WASHINGTON • The White House has signalled to congressional Republicans that it will not shut down the government next month if money is not appropriated to build a wall along the US-Mexico border, potentially clearing a path for lawmakers to reach a short-term budget deal.
Congress has appropriated money to fund government operations only through the end of this month, and President Donald Trump has threatened to shut down the government if lawmakers do not include US$1.6 billion (S$2.2 billion) in new funding so that 119km of wall and secondary fencing can be added to the border.
"Build that wall," Mr Trump said at an Aug 22 rally in Phoenix. "Now the obstructionist Democrats would like us not to do it. But believe me, if we have to close down our government, we're building that wall."
But two days later, White House officials quietly notified Congress that the US$1.6 billion would not need to be in a "continuing resolution" that was meant to fund government operations from next month until sometime in early December, a senior GOP congressional aide said.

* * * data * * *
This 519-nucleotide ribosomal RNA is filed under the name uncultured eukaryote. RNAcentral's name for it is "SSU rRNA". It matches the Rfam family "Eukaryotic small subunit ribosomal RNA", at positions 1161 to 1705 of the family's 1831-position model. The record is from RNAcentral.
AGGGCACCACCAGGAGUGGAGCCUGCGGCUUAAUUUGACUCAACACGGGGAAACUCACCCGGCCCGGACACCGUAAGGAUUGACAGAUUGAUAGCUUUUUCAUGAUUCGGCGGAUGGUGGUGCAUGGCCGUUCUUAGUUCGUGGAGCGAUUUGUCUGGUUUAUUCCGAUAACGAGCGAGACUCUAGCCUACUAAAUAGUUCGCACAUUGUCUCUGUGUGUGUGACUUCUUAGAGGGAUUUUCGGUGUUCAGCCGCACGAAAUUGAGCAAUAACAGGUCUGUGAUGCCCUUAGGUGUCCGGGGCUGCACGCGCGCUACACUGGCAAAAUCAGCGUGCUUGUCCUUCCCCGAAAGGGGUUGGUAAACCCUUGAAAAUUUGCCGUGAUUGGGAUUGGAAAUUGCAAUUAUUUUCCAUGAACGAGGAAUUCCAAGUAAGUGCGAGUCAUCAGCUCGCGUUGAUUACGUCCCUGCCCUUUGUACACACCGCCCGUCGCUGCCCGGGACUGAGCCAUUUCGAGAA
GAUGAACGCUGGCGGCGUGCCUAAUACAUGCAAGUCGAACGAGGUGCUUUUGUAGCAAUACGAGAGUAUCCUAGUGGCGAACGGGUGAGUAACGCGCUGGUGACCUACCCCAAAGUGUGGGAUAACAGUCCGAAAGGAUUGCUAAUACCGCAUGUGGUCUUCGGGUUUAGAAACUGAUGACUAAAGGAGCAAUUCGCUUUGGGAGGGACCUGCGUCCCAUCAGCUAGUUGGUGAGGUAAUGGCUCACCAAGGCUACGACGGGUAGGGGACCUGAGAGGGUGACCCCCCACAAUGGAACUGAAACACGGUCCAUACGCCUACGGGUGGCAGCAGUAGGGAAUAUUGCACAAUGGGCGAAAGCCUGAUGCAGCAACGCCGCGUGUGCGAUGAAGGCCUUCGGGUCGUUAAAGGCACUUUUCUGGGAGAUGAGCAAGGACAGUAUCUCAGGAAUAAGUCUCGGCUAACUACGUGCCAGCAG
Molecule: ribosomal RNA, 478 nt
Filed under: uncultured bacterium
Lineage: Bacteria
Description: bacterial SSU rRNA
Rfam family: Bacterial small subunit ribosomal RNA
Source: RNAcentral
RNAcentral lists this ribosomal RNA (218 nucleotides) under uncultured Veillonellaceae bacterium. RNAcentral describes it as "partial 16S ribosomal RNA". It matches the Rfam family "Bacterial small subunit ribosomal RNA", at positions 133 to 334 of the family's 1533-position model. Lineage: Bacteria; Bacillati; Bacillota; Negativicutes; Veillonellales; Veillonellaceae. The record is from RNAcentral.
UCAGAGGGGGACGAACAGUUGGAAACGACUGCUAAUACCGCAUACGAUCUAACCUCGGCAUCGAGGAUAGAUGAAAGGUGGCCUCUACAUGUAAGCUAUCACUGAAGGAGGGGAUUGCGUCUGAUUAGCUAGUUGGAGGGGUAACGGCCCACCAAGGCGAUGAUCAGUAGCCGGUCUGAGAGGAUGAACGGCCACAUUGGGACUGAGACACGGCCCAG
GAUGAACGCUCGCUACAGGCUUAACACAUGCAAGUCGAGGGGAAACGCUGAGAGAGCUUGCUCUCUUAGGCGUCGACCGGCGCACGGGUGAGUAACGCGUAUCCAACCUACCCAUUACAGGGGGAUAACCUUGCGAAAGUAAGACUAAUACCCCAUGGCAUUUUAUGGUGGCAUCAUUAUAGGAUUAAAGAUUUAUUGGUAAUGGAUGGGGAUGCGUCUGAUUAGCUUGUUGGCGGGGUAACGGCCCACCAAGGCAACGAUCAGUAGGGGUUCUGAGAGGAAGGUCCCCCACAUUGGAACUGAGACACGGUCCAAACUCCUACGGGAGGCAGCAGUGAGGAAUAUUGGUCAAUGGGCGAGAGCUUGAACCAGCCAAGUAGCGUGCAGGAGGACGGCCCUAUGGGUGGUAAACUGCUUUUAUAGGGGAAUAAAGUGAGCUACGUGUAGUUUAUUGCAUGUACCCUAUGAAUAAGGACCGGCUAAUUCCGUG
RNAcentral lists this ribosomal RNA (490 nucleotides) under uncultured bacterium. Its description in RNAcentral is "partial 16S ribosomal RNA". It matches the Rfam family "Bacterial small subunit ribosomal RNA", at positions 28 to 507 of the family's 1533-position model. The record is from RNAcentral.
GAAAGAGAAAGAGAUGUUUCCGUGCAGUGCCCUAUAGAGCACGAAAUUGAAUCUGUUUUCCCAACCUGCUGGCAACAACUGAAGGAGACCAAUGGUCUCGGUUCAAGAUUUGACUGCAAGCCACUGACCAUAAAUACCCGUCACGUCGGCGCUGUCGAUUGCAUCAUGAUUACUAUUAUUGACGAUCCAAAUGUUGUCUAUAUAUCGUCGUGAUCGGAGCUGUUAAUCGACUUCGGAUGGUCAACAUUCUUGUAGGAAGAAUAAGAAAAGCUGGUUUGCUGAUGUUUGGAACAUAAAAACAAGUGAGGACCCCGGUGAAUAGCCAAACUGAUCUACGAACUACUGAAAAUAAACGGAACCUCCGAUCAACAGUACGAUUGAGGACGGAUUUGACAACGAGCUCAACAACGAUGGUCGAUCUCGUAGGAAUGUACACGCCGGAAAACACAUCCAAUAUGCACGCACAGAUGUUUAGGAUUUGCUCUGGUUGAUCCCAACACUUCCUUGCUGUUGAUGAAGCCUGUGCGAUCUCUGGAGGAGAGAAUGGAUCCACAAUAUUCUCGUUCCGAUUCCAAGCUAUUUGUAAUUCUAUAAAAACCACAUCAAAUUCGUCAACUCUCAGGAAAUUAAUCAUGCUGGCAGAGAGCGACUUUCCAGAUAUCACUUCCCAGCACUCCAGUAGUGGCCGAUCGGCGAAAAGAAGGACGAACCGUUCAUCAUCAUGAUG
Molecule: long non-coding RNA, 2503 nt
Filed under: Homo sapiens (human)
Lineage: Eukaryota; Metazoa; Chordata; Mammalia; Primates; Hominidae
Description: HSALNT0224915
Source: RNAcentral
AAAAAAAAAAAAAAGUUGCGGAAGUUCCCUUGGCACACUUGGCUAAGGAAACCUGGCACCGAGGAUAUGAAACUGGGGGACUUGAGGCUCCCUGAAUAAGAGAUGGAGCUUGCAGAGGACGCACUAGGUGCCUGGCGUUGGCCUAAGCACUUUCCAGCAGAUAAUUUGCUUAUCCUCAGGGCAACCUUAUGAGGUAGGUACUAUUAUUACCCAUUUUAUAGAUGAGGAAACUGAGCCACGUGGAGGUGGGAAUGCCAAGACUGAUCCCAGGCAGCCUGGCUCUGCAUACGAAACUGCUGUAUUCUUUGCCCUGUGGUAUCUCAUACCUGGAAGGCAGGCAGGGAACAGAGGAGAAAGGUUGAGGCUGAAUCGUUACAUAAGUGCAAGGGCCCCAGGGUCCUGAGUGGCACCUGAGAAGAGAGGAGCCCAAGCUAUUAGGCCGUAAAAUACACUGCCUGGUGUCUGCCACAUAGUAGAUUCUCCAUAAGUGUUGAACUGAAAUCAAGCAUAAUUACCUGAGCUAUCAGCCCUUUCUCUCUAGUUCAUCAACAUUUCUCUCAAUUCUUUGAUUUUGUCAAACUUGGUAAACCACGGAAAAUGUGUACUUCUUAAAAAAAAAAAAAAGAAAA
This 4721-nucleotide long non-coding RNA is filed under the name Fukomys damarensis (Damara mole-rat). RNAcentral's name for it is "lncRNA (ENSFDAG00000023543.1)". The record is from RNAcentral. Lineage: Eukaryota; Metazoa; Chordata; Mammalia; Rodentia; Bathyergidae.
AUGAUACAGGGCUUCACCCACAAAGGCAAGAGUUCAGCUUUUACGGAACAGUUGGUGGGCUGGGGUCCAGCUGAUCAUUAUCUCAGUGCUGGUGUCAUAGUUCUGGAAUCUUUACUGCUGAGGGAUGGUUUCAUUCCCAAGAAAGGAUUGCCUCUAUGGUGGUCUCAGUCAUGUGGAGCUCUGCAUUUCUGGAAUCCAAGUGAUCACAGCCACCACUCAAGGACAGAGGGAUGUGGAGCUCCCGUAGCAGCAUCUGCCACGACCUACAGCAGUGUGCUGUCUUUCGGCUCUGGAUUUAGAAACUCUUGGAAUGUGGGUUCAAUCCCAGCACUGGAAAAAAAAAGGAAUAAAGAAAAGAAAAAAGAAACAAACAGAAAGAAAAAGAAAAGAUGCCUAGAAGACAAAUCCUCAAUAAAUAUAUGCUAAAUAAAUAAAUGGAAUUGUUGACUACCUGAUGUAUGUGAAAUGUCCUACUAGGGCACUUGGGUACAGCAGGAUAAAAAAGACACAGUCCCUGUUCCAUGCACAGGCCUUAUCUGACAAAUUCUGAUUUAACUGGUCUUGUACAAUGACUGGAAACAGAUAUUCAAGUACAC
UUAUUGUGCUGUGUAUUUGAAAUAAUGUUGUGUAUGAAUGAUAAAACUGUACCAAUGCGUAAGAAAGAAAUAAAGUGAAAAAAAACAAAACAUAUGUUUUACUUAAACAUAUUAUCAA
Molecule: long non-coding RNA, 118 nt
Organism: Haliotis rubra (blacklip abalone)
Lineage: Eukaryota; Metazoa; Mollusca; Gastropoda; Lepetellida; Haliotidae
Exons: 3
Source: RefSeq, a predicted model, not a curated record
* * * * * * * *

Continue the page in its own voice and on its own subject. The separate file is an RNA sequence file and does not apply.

White House officials have signalled to lawmakers, however, that the wall's eventual construction remains a top priority for Mr Trump. He wants this funding to be included in the December budget Bill, GOP congressional aides said.
Mr Trump could still follow through on a threat to shut down the government in December, but this marks the second time he has pulled back from the wall demand in order to allow lawmakers to pass a budget Bill.
The first time came in May, when lawmakers voted to authorise government funding through September and refrained from including money that would allow for the construction of a new wall.
That law, however, did allow the United States government to replace the existing border wall with a new barrier where necessary.
Mr Trump has been threatening to shut down the government for months. In May, he said in a tweet that the government needed a "good shutdown" to break the gridlock in Congress.